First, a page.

One year on, has the Pitch Positive Pledge helped stop bad pitching behavior?
Kicking off our new series looking at how the ad industry is attempting to reinvent the pitch process, we explore the impact of the Pitch Positive Pledge one year on.
One year on, what has the Pitch Positive Pledge achieved? / Adobe
The quest to bring in new clients costs agencies dearly in billable hours and lost intellectual property. And it costs agency workers by piling more pressure on an already stressful job, keeping them at their desks long into the night.
Though it has its critics, the Pitch Positive Pledge is the most significant intervention in that state of affairs from within the industry to date.
The Pledge aims to make the pitching process more intentional, accountable and responsible for advertisers and agencies. Its original backers, the IPA and Isba, say its impact went far beyond its original, modest aims – though it could have gone further.
Ahead of a new series of articles on The Drum examining how advertising businesses are looking to improve the way they pitch for new work, it’s an excellent moment to explore the impact of the Pledge.
Released last year by the Institute for Practitioners in Advertising (IPA) and Incorporated Society of British Advertisers (Isba), plus scores of agencies and brands, the Pledge came at a time when agencies were hurting from lopsided pitching arrangements that cost them time, money and piled pressure on to workers.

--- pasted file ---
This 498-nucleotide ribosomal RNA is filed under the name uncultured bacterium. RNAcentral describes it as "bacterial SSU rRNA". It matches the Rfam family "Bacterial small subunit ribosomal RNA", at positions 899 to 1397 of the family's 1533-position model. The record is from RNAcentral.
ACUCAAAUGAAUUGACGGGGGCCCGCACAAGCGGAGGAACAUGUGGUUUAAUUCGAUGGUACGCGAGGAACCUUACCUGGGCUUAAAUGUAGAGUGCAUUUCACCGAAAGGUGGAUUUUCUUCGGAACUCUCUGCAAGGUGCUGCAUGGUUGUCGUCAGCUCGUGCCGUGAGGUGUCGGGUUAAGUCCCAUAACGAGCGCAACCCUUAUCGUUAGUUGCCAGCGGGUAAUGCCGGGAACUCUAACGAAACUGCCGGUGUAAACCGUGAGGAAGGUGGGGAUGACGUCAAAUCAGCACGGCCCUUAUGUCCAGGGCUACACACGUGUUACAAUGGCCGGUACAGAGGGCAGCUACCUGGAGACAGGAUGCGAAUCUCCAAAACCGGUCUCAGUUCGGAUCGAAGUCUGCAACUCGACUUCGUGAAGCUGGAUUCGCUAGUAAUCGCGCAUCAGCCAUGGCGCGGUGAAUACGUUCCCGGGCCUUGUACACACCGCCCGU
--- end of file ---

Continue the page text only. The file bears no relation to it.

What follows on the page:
It contained a set of “fair trade” guidelines for agencies and brands, encouraging them to adopt a standardized set of good behaviors (it didn’t discuss, however, whether or not agencies should be paid for the time spent pitching).
Those guidelines set out in the Pledge added to the industry-wide conversation – but has it made a practical difference?
VCCP’s Julian Douglas, who shepherded in the Pledge during his time as IPA president, says it has had an impact “more positive than [he] expected” since its introduction. He’s pleased that it continues to feature in conversations about the impact of pitching on those in the ad business.
In particular, Douglas says the Pledge has enabled more and more agencies to turn down disadvantageous work.
“Agencies are saying ‘no’ far more often than they used to, which is interesting given that all agencies are hard-pressed and need revenue. But in the old world, you felt under pressure to go for pretty much anything. Your default position was, ‘Yes, we’ll do it; what is it?’”
He adds: “I think that default position has flipped in many cases. The fact that this became an industry-wide conversation has, I think, given agencies a lot of confidence to ask questions. It used to be that if you went up to a big client with questions like ‘What’s the budget?’ you’d look like you were being difficult. You’d be seen as a stroppy one.”
Isba’s Nick Louisson says the Pledge has enabled a more “empathetic approach” to the pitch process. “It’s not radically different to guidance that people have received on good pitching, but I think it does a better job of helping people really see the human impact of the process, of where not following the process negatively impacts your outcomes and the relationships. From the advertiser perspective, I think people have found it resonates quite deeply with them. They appreciate the value and see it as providing a roadmap on what is good practice.”
Douglas, the international chief executive officer and vice-chairman at VCCP, says that from the experience of his own agency, it has been a “brilliant tool for shifting behavior.”